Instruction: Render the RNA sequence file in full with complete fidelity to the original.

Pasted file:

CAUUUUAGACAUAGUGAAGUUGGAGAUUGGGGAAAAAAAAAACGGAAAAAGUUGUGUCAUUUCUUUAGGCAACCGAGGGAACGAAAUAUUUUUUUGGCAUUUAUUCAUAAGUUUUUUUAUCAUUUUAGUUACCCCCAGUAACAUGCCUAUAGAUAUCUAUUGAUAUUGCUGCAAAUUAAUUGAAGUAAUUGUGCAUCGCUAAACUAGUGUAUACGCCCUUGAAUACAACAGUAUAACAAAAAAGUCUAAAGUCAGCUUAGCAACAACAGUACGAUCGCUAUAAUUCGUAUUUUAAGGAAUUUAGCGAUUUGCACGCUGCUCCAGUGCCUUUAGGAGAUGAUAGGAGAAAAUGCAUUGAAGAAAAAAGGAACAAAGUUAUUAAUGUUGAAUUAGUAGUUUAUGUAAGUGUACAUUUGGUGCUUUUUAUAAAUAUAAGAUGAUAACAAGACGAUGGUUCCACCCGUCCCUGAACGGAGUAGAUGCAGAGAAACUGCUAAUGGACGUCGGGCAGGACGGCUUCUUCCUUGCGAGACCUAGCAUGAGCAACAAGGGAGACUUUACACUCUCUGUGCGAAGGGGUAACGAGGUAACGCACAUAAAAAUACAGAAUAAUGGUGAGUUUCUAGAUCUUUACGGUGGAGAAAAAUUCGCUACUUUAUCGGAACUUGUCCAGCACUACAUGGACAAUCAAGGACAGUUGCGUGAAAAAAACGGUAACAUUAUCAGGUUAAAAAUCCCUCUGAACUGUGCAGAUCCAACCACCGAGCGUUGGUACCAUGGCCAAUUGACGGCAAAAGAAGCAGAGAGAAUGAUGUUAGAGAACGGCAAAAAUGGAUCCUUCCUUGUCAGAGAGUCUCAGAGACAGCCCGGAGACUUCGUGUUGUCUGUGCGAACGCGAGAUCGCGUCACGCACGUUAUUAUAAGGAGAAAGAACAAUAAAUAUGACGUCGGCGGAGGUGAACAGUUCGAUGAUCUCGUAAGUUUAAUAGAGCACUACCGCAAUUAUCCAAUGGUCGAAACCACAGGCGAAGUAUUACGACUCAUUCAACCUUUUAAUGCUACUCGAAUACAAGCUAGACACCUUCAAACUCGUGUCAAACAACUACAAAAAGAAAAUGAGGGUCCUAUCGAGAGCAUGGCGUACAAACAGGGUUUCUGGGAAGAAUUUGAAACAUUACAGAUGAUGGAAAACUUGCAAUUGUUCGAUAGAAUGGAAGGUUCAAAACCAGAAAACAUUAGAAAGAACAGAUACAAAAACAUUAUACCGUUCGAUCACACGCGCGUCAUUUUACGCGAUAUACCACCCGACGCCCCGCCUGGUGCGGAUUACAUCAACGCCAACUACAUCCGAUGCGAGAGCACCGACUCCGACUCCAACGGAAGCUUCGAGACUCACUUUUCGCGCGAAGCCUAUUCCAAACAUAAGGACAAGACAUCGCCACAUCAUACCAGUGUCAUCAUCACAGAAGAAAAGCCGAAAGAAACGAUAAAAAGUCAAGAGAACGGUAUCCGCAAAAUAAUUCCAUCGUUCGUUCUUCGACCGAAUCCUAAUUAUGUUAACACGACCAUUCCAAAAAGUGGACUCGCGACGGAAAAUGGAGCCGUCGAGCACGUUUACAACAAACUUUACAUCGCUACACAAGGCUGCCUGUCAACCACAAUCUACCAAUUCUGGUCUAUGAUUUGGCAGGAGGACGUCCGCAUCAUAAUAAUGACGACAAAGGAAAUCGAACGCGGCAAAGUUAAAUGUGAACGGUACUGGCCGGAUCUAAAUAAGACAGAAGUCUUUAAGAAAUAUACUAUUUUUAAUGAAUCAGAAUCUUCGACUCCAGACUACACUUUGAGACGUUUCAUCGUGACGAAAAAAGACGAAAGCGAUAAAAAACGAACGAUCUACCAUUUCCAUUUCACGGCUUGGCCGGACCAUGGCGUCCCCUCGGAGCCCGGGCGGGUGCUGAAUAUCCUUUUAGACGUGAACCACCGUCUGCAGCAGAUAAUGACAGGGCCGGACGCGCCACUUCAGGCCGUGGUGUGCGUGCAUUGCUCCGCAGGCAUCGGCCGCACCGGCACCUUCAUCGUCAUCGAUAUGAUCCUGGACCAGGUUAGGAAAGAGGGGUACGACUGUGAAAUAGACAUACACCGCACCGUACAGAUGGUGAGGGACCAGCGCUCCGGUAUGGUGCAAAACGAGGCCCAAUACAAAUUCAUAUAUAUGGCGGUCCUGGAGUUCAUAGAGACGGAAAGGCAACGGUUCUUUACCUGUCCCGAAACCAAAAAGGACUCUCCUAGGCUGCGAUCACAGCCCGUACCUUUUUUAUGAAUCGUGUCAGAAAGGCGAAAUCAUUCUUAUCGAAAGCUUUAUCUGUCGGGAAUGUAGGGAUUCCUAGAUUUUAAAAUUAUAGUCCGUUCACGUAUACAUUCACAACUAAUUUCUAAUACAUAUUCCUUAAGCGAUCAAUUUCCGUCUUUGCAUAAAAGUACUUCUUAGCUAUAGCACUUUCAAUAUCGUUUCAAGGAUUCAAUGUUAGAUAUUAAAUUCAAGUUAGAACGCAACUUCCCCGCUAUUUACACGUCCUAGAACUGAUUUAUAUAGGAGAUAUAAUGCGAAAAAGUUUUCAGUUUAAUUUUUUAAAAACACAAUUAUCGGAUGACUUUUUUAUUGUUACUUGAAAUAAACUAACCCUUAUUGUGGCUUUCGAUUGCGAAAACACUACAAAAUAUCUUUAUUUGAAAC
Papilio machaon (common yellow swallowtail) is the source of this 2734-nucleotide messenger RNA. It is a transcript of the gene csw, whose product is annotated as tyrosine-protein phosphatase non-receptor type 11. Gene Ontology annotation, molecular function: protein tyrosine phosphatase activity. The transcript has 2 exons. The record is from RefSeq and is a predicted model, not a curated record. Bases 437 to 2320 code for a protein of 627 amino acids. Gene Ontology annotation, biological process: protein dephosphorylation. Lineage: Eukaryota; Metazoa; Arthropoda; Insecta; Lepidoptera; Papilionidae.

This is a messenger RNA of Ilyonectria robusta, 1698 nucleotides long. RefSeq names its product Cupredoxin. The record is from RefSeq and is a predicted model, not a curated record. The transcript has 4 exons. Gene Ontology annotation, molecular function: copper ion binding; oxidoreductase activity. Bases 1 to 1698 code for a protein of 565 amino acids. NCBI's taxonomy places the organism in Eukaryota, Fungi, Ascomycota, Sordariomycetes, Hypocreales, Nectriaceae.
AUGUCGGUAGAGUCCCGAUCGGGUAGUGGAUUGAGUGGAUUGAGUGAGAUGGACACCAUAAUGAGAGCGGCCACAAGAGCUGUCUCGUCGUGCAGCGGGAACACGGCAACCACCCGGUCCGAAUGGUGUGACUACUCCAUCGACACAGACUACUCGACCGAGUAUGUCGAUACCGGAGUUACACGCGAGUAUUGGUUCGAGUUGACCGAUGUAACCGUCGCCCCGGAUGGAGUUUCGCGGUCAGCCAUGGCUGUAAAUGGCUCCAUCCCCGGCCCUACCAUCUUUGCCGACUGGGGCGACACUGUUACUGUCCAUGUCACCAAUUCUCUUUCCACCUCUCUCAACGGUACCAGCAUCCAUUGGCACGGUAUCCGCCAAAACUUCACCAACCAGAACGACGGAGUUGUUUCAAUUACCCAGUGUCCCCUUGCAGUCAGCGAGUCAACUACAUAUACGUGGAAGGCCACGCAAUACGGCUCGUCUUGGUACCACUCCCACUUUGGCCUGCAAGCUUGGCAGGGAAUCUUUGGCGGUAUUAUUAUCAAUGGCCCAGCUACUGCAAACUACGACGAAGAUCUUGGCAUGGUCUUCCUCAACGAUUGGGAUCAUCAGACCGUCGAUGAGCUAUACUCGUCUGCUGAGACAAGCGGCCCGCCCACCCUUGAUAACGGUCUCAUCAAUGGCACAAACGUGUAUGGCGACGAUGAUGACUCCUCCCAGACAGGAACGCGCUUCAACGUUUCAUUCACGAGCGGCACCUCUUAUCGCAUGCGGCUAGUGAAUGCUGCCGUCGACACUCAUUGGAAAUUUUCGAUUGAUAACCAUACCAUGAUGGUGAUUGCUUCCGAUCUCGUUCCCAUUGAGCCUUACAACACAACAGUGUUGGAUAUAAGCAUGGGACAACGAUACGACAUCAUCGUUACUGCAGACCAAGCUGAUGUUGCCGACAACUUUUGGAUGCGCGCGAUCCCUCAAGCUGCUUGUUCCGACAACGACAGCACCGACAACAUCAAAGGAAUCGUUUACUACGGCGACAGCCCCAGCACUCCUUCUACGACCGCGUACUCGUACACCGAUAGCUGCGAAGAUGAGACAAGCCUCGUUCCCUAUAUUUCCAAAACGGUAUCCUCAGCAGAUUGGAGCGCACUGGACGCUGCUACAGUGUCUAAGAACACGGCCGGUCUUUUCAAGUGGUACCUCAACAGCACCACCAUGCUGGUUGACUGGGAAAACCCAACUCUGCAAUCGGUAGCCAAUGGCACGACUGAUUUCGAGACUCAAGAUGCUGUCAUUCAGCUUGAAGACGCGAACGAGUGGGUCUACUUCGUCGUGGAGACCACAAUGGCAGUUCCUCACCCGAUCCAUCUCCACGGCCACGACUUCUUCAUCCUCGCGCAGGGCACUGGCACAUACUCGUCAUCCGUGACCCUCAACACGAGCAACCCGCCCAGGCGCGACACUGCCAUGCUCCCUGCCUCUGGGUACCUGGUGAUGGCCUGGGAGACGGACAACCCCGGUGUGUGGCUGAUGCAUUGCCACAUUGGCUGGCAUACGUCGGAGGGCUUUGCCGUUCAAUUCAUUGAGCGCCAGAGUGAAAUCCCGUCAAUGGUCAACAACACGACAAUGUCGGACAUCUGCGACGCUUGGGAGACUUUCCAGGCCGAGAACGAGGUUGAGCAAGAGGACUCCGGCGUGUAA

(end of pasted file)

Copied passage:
CAUUUUAGACAUAGUGAAGUUGGAGAUUGGGGAAAAAAAAAACGGAAAAAGUUGUGUCAUUUCUUUAGGCAACCGAGGGAACGAAAUAUUUUUUUGGCAUUUAUUCAUAAGUUUUUUUAUCAUUUUAGUUACCCCCAGUAACAUGCCUAUAGAUAUCUAUUGAUAUUGCUGCAAAUUAAUUGAAGUAAUUGUGCAUCGCUAAACUAGUGUAUACGCCCUUGAAUACAACAGUAUAACAAAAAAGUCUAAAGUCAGCUUAGCAACAACAGUACGAUCGCUAUAAUUCGUAUUUUAAGGAAUUUAGCGAUUUGCACGCUGCUCCAGUGCCUUUAGGAGAUGAUAGGAGAAAAUGCAUUGAAGAAAAAAGGAACAAAGUUAUUAAUGUUGAAUUAGUAGUUUAUGUAAGUGUACAUUUGGUGCUUUUUAUAAAUAUAAGAUGAUAACAAGACGAUGGUUCCACCCGUCCCUGAACGGAGUAGAUGCAGAGAAACUGCUAAUGGACGUCGGGCAGGACGGCUUCUUCCUUGCGAGACCUAGCAUGAGCAACAAGGGAGACUUUACACUCUCUGUGCGAAGGGGUAACGAGGUAACGCACAUAAAAAUACAGAAUAAUGGUGAGUUUCUAGAUCUUUACGGUGGAGAAAAAUUCGCUACUUUAUCGGAACUUGUCCAGCACUACAUGGACAAUCAAGGACAGUUGCGUGAAAAAAACGGUAACAUUAUCAGGUUAAAAAUCCCUCUGAACUGUGCAGAUCCAACCACCGAGCGUUGGUACCAUGGCCAAUUGACGGCAAAAGAAGCAGAGAGAAUGAUGUUAGAGAACGGCAAAAAUGGAUCCUUCCUUGUCAGAGAGUCUCAGAGACAGCCCGGAGACUUCGUGUUGUCUGUGCGAACGCGAGAUCGCGUCACGCACGUUAUUAUAAGGAGAAAGAACAAUAAAUAUGACGUCGGCGGAGGUGAACAGUUCGAUGAUCUCGUAAGUUUAAUAGAGCACUACCGCAAUUAUCCAAUGGUCGAAACCACAGGCGAAGUAUUACGACUCAUUCAACCUUUUAAUGCUACUCGAAUACAAGCUAGACACCUUCAAACUCGUGUCAAACAACUACAAAAAGAAAAUGAGGGUCCUAUCGAGAGCAUGGCGUACAAACAGGGUUUCUGGGAAGAAUUUGAAACAUUACAGAUGAUGGAAAACUUGCAAUUGUUCGAUAGAAUGGAAGGUUCAAAACCAGAAAACAUUAGAAAGAACAGAUACAAAAACAUUAUACCGUUCGAUCACACGCGCGUCAUUUUACGCGAUAUACCACCCGACGCCCCGCCUGGUGCGGAUUACAUCAACGCCAACUACAUCCGAUGCGAGAGCACCGACUCCGACUCCAACGGAAGCUUCGAGACUCACUUUUCGCGCGAAGCCUAUUCCAAACAUAAGGACAAGACAUCGCCACAUCAUACCAGUGUCAUCAUCACAGAAGAAAAGCCGAAAGAAACGAUAAAAAGUCAAGAGAACGGUAUCCGCAAAAUAAUUCCAUCGUUCGUUCUUCGACCGAAUCCUAAUUAUGUUAACACGACCAUUCCAAAAAGUGGACUCGCGACGGAAAAUGGAGCCGUCGAGCACGUUUACAACAAACUUUACAUCGCUACACAAGGCUGCCUGUCAACCACAAUCUACCAAUUCUGGUCUAUGAUUUGGCAGGAGGACGUCCGCAUCAUAAUAAUGACGACAAAGGAAAUCGAACGCGGCAAAGUUAAAUGUGAACGGUACUGGCCGGAUCUAAAUAAGACAGAAGUCUUUAAGAAAUAUACUAUUUUUAAUGAAUCAGAAUCUUCGACUCCAGACUACACUUUGAGACGUUUCAUCGUGACGAAAAAAGACGAAAGCGAUAAAAAACGAACGAUCUACCAUUUCCAUUUCACGGCUUGGCCGGACCAUGGCGUCCCCUCGGAGCCCGGGCGGGUGCUGAAUAUCCUUUUAGACGUGAACCACCGUCUGCAGCAGAUAAUGACAGGGCCGGACGCGCCACUUCAGGCCGUGGUGUGCGUGCAUUGCUCCGCAGGCAUCGGCCGCACCGGCACCUUCAUCGUCAUCGAUAUGAUCCUGGACCAGGUUAGGAAAGAGGGGUACGACUGUGAAAUAGACAUACACCGCACCGUACAGAUGGUGAGGGACCAGCGCUCCGGUAUGGUGCAAAACGAGGCCCAAUACAAAUUCAUAUAUAUGGCGGUCCUGGAGUUCAUAGAGACGGAAAGGCAACGGUUCUUUACCUGUCCCGAAACCAAAAAGGACUCUCCUAGGCUGCGAUCACAGCCCGUACCUUUUUUAUGAAUCGUGUCAGAAAGGCGAAAUCAUUCUUAUCGAAAGCUUUAUCUGUCGGGAAUGUAGGGAUUCCUAGAUUUUAAAAUUAUAGUCCGUUCACGUAUACAUUCACAACUAAUUUCUAAUACAUAUUCCUUAAGCGAUCAAUUUCCGUCUUUGCAUAAAAGUACUUCUUAGCUAUAGCACUUUCAAUAUCGUUUCAAGGAUUCAAUGUUAGAUAUUAAAUUCAAGUUAGAACGCAACUUCCCCGCUAUUUACACGUCCUAGAACUGAUUUAUAUAGGAGAUAUAAUGCGAAAAAGUUUUCAGUUUAAUUUUUUAAAAACACAAUUAUCGGAUGACUUUUUUAUUGUUACUUGAAAUAAACUAACCCUUAUUGUGGCUUUCGAUUGCGAAAACACUACAAAAUAUCUUUAUUUGAAAC
Papilio machaon (common yellow swallowtail) is the source of this 2734-nucleotide messenger RNA. It is a transcript of the gene csw, whose product is annotated as tyrosine-protein phosphatase non-receptor type 11. Gene Ontology annotation, molecular function: protein tyrosine phosphatase activity. The transcript has 2 exons. The record is from RefSeq and is a predicted model, not a curated record. Bases 437 to 2320 code for a protein of 627 amino acids. Gene Ontology annotation, biological process: protein dephosphorylation. Lineage: Eukaryota; Metazoa; Arthropoda; Insecta; Lepidoptera; Papilionidae.

This is a messenger RNA of Ilyonectria robusta, 1698 nucleotides long. RefSeq names its product Cupredoxin. The record is from RefSeq and is a predicted model, not a curated record. The transcript has 4 exons. Gene Ontology annotation, molecular function: copper ion binding; oxidoreductase activity. Bases 1 to 1698 code for a protein of 565 amino acids. NCBI's taxonomy places the organism in Eukaryota, Fungi, Ascomycota, Sordariomycetes, Hypocreales, Nectriaceae.
AUGUCGGUAGAGUCCCGAUCGGGUAGUGGAUUGAGUGGAUUGAGUGAGAUGGACACCAUAAUGAGAGCGGCCACAAGAGCUGUCUCGUCGUGCAGCGGGAACACGGCAACCACCCGGUCCGAAUGGUGUGACUACUCCAUCGACACAGACUACUCGACCGAGUAUGUCGAUACCGGAGUUACACGCGAGUAUUGGUUCGAGUUGACCGAUGUAACCGUCGCCCCGGAUGGAGUUUCGCGGUCAGCCAUGGCUGUAAAUGGCUCCAUCCCCGGCCCUACCAUCUUUGCCGACUGGGGCGACACUGUUACUGUCCAUGUCACCAAUUCUCUUUCCACCUCUCUCAACGGUACCAGCAUCCAUUGGCACGGUAUCCGCCAAAACUUCACCAACCAGAACGACGGAGUUGUUUCAAUUACCCAGUGUCCCCUUGCAGUCAGCGAGUCAACUACAUAUACGUGGAAGGCCACGCAAUACGGCUCGUCUUGGUACCACUCCCACUUUGGCCUGCAAGCUUGGCAGGGAAUCUUUGGCGGUAUUAUUAUCAAUGGCCCAGCUACUGCAAACUACGACGAAGAUCUUGGCAUGGUCUUCCUCAACGAUUGGGAUCAUCAGACCGUCGAUGAGCUAUACUCGUCUGCUGAGACAAGCGGCCCGCCCACCCUUGAUAACGGUCUCAUCAAUGGCACAAACGUGUAUGGCGACGAUGAUGACUCCUCCCAGACAGGAACGCGCUUCAACGUUUCAUUCACGAGCGGCACCUCUUAUCGCAUGCGGCUAGUGAAUGCUGCCGUCGACACUCAUUGGAAAUUUUCGAUUGAUAACCAUACCAUGAUGGUGAUUGCUUCCGAUCUCGUUCCCAUUGAGCCUUACAACACAACAGUGUUGGAUAUAAGCAUGGGACAACGAUACGACAUCAUCGUUACUGCAGACCAAGCUGAUGUUGCCGACAACUUUUGGAUGCGCGCGAUCCCUCAAGCUGCUUGUUCCGACAACGACAGCACCGACAACAUCAAAGGAAUCGUUUACUACGGCGACAGCCCCAGCACUCCUUCUACGACCGCGUACUCGUACACCGAUAGCUGCGAAGAUGAGACAAGCCUCGUUCCCUAUAUUUCCAAAACGGUAUCCUCAGCAGAUUGGAGCGCACUGGACGCUGCUACAGUGUCUAAGAACACGGCCGGUCUUUUCAAGUGGUACCUCAACAGCACCACCAUGCUGGUUGACUGGGAAAACCCAACUCUGCAAUCGGUAGCCAAUGGCACGACUGAUUUCGAGACUCAAGAUGCUGUCAUUCAGCUUGAAGACGCGAACGAGUGGGUCUACUUCGUCGUGGAGACCACAAUGGCAGUUCCUCACCCGAUCCAUCUCCACGGCCACGACUUCUUCAUCCUCGCGCAGGGCACUGGCACAUACUCGUCAUCCGUGACCCUCAACACGAGCAACCCGCCCAGGCGCGACACUGCCAUGCUCCCUGCCUCUGGGUACCUGGUGAUGGCCUGGGAGACGGACAACCCCGGUGUGUGGCUGAUGCAUUGCCACAUUGGCUGGCAUACGUCGGAGGGCUUUGCCGUUCAAUUCAUUGAGCGCCAGAGUGAAAUCCCGUCAAUGGUCAACAACACGACAAUGUCGGACAUCUGCGACGCUUGGGAGACUUUCCAGGCCGAGAACGAGGUUGAGCAAGAGGACUCCGGCGUGUAA